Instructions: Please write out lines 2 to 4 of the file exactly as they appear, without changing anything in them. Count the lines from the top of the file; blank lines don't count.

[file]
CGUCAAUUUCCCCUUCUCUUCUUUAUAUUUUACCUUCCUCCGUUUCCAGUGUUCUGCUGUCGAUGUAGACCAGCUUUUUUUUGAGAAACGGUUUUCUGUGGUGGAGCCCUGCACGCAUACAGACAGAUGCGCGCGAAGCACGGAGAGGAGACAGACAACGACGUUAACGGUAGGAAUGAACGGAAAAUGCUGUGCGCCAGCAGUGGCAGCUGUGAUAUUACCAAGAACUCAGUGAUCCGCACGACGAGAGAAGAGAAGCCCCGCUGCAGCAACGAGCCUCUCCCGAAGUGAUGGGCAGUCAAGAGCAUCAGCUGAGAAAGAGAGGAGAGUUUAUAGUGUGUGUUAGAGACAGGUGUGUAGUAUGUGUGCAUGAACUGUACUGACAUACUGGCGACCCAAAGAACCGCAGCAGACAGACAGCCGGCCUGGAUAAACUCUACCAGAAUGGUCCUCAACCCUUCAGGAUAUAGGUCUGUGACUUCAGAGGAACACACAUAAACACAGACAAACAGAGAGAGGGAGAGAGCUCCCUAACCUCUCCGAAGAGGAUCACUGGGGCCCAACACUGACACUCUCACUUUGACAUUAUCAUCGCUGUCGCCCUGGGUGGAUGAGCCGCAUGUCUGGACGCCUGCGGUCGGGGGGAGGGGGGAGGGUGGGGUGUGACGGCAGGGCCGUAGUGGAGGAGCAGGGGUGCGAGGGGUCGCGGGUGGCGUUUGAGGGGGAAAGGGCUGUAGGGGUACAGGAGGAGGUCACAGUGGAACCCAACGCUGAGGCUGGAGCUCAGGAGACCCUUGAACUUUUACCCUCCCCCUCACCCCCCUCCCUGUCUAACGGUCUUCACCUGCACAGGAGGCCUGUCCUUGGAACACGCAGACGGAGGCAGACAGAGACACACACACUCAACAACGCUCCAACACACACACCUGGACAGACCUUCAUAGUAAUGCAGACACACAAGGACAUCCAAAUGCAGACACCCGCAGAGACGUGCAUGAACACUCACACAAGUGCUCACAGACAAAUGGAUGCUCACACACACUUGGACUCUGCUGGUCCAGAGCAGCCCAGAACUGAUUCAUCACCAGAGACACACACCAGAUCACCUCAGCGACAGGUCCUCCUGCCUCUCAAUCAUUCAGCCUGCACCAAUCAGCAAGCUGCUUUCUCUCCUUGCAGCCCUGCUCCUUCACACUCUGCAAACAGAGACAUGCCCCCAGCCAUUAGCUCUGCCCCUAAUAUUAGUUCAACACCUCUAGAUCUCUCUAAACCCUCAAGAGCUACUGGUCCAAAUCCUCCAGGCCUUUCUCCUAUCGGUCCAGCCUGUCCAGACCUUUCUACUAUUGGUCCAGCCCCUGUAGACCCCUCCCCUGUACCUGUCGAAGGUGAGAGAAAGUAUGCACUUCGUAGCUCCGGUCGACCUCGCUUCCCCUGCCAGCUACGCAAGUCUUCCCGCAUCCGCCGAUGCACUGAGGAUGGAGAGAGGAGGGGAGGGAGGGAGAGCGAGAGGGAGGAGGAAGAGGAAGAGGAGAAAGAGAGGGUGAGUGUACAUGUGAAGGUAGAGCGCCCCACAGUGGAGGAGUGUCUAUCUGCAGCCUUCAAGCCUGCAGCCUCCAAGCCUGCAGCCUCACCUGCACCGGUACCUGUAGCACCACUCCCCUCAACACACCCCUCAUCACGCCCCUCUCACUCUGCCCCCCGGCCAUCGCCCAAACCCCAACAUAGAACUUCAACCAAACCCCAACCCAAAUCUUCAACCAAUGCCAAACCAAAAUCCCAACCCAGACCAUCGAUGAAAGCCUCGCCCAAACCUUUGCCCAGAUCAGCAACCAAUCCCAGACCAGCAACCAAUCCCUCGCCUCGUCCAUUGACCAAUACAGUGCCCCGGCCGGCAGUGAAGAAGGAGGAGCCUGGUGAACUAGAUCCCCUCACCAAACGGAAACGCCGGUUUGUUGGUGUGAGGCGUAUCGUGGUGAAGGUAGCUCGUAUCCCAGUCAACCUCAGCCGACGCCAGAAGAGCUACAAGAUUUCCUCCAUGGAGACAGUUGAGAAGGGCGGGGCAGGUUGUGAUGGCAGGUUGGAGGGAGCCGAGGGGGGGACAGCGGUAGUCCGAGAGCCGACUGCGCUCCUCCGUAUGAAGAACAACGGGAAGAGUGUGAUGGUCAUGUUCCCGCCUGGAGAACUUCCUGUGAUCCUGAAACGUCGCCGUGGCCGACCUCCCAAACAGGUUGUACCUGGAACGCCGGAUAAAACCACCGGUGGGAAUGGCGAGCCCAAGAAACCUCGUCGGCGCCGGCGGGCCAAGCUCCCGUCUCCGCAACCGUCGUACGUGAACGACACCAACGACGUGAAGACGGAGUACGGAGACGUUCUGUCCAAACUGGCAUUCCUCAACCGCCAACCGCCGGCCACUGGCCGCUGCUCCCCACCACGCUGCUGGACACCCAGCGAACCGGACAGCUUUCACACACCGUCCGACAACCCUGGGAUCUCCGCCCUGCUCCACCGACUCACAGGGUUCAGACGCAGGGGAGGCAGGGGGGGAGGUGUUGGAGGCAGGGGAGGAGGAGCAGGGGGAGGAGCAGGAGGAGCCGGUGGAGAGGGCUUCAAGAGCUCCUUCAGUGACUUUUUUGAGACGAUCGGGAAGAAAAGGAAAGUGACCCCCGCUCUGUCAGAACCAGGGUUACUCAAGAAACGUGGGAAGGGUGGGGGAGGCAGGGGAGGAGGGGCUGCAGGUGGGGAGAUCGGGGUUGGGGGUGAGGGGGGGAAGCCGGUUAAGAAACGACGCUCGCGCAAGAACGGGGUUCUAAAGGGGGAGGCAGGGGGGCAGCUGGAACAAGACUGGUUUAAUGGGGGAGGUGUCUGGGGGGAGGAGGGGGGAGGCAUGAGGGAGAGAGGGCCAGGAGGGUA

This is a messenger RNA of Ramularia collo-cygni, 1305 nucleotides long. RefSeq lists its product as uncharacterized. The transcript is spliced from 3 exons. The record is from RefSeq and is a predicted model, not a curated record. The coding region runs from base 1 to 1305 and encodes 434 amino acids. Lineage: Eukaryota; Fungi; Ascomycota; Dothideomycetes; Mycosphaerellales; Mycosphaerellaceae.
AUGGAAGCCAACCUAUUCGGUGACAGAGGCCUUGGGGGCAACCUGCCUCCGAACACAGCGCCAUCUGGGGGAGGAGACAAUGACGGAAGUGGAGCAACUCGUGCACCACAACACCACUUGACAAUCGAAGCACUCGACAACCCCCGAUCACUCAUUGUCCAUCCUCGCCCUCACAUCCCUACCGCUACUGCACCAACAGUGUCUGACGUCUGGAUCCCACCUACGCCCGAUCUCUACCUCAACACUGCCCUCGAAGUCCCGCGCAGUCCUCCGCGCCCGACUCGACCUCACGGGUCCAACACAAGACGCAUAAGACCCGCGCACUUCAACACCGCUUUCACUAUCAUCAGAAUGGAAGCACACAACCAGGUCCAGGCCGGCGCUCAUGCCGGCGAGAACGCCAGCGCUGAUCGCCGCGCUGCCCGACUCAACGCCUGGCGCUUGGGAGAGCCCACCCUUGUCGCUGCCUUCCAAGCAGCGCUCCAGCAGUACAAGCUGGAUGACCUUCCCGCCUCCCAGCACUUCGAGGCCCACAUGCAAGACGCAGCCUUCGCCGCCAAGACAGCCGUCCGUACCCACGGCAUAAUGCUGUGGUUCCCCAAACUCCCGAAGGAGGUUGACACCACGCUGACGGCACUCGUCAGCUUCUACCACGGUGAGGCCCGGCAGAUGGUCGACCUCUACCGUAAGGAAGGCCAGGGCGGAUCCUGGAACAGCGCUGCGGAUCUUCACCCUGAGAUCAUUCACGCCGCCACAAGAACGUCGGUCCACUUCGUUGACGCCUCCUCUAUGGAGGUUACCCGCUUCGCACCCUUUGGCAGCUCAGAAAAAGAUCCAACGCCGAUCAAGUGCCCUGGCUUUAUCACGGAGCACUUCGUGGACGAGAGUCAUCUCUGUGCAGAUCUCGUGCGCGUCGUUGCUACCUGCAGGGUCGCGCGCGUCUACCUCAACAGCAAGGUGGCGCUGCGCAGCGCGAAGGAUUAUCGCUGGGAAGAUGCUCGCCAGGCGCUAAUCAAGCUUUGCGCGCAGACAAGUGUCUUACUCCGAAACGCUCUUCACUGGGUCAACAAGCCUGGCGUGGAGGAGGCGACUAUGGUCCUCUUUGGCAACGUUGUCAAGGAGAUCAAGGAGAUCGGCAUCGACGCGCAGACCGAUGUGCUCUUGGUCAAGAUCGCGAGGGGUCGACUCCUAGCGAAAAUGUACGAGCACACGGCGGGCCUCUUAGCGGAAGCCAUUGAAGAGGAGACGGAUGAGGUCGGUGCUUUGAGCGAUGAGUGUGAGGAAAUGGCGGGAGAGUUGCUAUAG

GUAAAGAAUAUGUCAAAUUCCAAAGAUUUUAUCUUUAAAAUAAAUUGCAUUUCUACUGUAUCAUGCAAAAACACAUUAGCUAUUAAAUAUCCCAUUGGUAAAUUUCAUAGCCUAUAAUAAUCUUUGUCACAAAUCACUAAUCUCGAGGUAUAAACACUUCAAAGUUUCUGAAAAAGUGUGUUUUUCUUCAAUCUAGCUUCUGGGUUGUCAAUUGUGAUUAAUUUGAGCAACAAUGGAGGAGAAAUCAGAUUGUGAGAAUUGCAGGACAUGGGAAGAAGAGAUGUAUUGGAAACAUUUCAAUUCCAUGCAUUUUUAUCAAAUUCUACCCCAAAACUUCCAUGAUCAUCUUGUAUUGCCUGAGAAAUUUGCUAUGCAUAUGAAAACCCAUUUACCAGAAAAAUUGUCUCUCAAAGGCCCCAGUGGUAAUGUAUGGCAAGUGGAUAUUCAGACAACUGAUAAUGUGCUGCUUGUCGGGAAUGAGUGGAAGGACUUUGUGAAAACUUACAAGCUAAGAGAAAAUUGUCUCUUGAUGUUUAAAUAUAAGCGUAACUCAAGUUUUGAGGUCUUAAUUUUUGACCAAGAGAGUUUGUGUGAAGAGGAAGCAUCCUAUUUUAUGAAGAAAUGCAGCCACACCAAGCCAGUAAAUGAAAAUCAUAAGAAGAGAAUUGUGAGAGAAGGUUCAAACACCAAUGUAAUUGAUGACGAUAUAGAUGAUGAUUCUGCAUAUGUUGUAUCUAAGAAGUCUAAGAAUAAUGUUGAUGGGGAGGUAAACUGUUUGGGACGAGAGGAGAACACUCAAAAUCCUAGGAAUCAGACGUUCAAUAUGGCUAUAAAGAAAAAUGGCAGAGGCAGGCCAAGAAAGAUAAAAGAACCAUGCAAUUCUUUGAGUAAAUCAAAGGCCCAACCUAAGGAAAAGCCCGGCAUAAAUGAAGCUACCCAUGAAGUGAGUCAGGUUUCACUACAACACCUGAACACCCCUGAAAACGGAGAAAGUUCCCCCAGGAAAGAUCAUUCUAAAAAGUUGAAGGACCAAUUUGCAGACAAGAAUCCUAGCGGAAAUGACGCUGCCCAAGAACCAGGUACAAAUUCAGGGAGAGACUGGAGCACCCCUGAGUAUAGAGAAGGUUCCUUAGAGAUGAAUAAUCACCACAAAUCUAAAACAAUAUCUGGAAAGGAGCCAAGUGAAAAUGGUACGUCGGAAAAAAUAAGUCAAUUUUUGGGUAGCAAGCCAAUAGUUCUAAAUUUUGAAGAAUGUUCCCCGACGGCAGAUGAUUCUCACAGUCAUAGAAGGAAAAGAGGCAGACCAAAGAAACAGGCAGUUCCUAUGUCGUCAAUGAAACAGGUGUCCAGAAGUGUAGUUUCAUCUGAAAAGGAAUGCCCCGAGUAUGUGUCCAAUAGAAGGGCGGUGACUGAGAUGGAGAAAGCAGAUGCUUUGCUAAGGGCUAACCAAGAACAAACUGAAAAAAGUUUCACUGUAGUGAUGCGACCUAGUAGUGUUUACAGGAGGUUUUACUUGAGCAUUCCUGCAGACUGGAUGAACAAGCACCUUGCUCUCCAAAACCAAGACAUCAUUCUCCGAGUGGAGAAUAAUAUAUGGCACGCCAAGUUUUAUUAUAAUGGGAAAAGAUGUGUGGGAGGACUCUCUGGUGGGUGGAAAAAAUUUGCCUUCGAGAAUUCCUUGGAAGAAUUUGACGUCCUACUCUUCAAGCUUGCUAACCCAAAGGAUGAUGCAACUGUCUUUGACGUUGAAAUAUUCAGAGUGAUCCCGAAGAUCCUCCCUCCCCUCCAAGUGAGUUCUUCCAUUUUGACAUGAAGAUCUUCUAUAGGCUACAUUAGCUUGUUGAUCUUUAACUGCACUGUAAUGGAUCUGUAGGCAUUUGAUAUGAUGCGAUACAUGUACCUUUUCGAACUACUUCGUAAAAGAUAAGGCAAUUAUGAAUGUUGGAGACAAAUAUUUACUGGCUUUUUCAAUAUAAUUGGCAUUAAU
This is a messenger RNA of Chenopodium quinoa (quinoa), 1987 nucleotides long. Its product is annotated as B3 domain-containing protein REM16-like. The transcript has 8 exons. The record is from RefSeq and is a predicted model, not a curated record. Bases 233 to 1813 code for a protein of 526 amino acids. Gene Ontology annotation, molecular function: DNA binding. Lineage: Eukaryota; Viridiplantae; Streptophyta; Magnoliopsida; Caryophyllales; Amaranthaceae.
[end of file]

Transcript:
This is a messenger RNA of Ramularia collo-cygni, 1305 nucleotides long. RefSeq lists its product as uncharacterized. The transcript is spliced from 3 exons. The record is from RefSeq and is a predicted model, not a curated record. The coding region runs from base 1 to 1305 and encodes 434 amino acids. Lineage: Eukaryota; Fungi; Ascomycota; Dothideomycetes; Mycosphaerellales; Mycosphaerellaceae.
AUGGAAGCCAACCUAUUCGGUGACAGAGGCCUUGGGGGCAACCUGCCUCCGAACACAGCGCCAUCUGGGGGAGGAGACAAUGACGGAAGUGGAGCAACUCGUGCACCACAACACCACUUGACAAUCGAAGCACUCGACAACCCCCGAUCACUCAUUGUCCAUCCUCGCCCUCACAUCCCUACCGCUACUGCACCAACAGUGUCUGACGUCUGGAUCCCACCUACGCCCGAUCUCUACCUCAACACUGCCCUCGAAGUCCCGCGCAGUCCUCCGCGCCCGACUCGACCUCACGGGUCCAACACAAGACGCAUAAGACCCGCGCACUUCAACACCGCUUUCACUAUCAUCAGAAUGGAAGCACACAACCAGGUCCAGGCCGGCGCUCAUGCCGGCGAGAACGCCAGCGCUGAUCGCCGCGCUGCCCGACUCAACGCCUGGCGCUUGGGAGAGCCCACCCUUGUCGCUGCCUUCCAAGCAGCGCUCCAGCAGUACAAGCUGGAUGACCUUCCCGCCUCCCAGCACUUCGAGGCCCACAUGCAAGACGCAGCCUUCGCCGCCAAGACAGCCGUCCGUACCCACGGCAUAAUGCUGUGGUUCCCCAAACUCCCGAAGGAGGUUGACACCACGCUGACGGCACUCGUCAGCUUCUACCACGGUGAGGCCCGGCAGAUGGUCGACCUCUACCGUAAGGAAGGCCAGGGCGGAUCCUGGAACAGCGCUGCGGAUCUUCACCCUGAGAUCAUUCACGCCGCCACAAGAACGUCGGUCCACUUCGUUGACGCCUCCUCUAUGGAGGUUACCCGCUUCGCACCCUUUGGCAGCUCAGAAAAAGAUCCAACGCCGAUCAAGUGCCCUGGCUUUAUCACGGAGCACUUCGUGGACGAGAGUCAUCUCUGUGCAGAUCUCGUGCGCGUCGUUGCUACCUGCAGGGUCGCGCGCGUCUACCUCAACAGCAAGGUGGCGCUGCGCAGCGCGAAGGAUUAUCGCUGGGAAGAUGCUCGCCAGGCGCUAAUCAAGCUUUGCGCGCAGACAAGUGUCUUACUCCGAAACGCUCUUCACUGGGUCAACAAGCCUGGCGUGGAGGAGGCGACUAUGGUCCUCUUUGGCAACGUUGUCAAGGAGAUCAAGGAGAUCGGCAUCGACGCGCAGACCGAUGUGCUCUUGGUCAAGAUCGCGAGGGGUCGACUCCUAGCGAAAAUGUACGAGCACACGGCGGGCCUCUUAGCGGAAGCCAUUGAAGAGGAGACGGAUGAGGUCGGUGCUUUGAGCGAUGAGUGUGAGGAAAUGGCGGGAGAGUUGCUAUAG

GUAAAGAAUAUGUCAAAUUCCAAAGAUUUUAUCUUUAAAAUAAAUUGCAUUUCUACUGUAUCAUGCAAAAACACAUUAGCUAUUAAAUAUCCCAUUGGUAAAUUUCAUAGCCUAUAAUAAUCUUUGUCACAAAUCACUAAUCUCGAGGUAUAAACACUUCAAAGUUUCUGAAAAAGUGUGUUUUUCUUCAAUCUAGCUUCUGGGUUGUCAAUUGUGAUUAAUUUGAGCAACAAUGGAGGAGAAAUCAGAUUGUGAGAAUUGCAGGACAUGGGAAGAAGAGAUGUAUUGGAAACAUUUCAAUUCCAUGCAUUUUUAUCAAAUUCUACCCCAAAACUUCCAUGAUCAUCUUGUAUUGCCUGAGAAAUUUGCUAUGCAUAUGAAAACCCAUUUACCAGAAAAAUUGUCUCUCAAAGGCCCCAGUGGUAAUGUAUGGCAAGUGGAUAUUCAGACAACUGAUAAUGUGCUGCUUGUCGGGAAUGAGUGGAAGGACUUUGUGAAAACUUACAAGCUAAGAGAAAAUUGUCUCUUGAUGUUUAAAUAUAAGCGUAACUCAAGUUUUGAGGUCUUAAUUUUUGACCAAGAGAGUUUGUGUGAAGAGGAAGCAUCCUAUUUUAUGAAGAAAUGCAGCCACACCAAGCCAGUAAAUGAAAAUCAUAAGAAGAGAAUUGUGAGAGAAGGUUCAAACACCAAUGUAAUUGAUGACGAUAUAGAUGAUGAUUCUGCAUAUGUUGUAUCUAAGAAGUCUAAGAAUAAUGUUGAUGGGGAGGUAAACUGUUUGGGACGAGAGGAGAACACUCAAAAUCCUAGGAAUCAGACGUUCAAUAUGGCUAUAAAGAAAAAUGGCAGAGGCAGGCCAAGAAAGAUAAAAGAACCAUGCAAUUCUUUGAGUAAAUCAAAGGCCCAACCUAAGGAAAAGCCCGGCAUAAAUGAAGCUACCCAUGAAGUGAGUCAGGUUUCACUACAACACCUGAACACCCCUGAAAACGGAGAAAGUUCCCCCAGGAAAGAUCAUUCUAAAAAGUUGAAGGACCAAUUUGCAGACAAGAAUCCUAGCGGAAAUGACGCUGCCCAAGAACCAGGUACAAAUUCAGGGAGAGACUGGAGCACCCCUGAGUAUAGAGAAGGUUCCUUAGAGAUGAAUAAUCACCACAAAUCUAAAACAAUAUCUGGAAAGGAGCCAAGUGAAAAUGGUACGUCGGAAAAAAUAAGUCAAUUUUUGGGUAGCAAGCCAAUAGUUCUAAAUUUUGAAGAAUGUUCCCCGACGGCAGAUGAUUCUCACAGUCAUAGAAGGAAAAGAGGCAGACCAAAGAAACAGGCAGUUCCUAUGUCGUCAAUGAAACAGGUGUCCAGAAGUGUAGUUUCAUCUGAAAAGGAAUGCCCCGAGUAUGUGUCCAAUAGAAGGGCGGUGACUGAGAUGGAGAAAGCAGAUGCUUUGCUAAGGGCUAACCAAGAACAAACUGAAAAAAGUUUCACUGUAGUGAUGCGACCUAGUAGUGUUUACAGGAGGUUUUACUUGAGCAUUCCUGCAGACUGGAUGAACAAGCACCUUGCUCUCCAAAACCAAGACAUCAUUCUCCGAGUGGAGAAUAAUAUAUGGCACGCCAAGUUUUAUUAUAAUGGGAAAAGAUGUGUGGGAGGACUCUCUGGUGGGUGGAAAAAAUUUGCCUUCGAGAAUUCCUUGGAAGAAUUUGACGUCCUACUCUUCAAGCUUGCUAACCCAAAGGAUGAUGCAACUGUCUUUGACGUUGAAAUAUUCAGAGUGAUCCCGAAGAUCCUCCCUCCCCUCCAAGUGAGUUCUUCCAUUUUGACAUGAAGAUCUUCUAUAGGCUACAUUAGCUUGUUGAUCUUUAACUGCACUGUAAUGGAUCUGUAGGCAUUUGAUAUGAUGCGAUACAUGUACCUUUUCGAACUACUUCGUAAAAGAUAAGGCAAUUAUGAAUGUUGGAGACAAAUAUUUACUGGCUUUUUCAAUAUAAUUGGCAUUAAU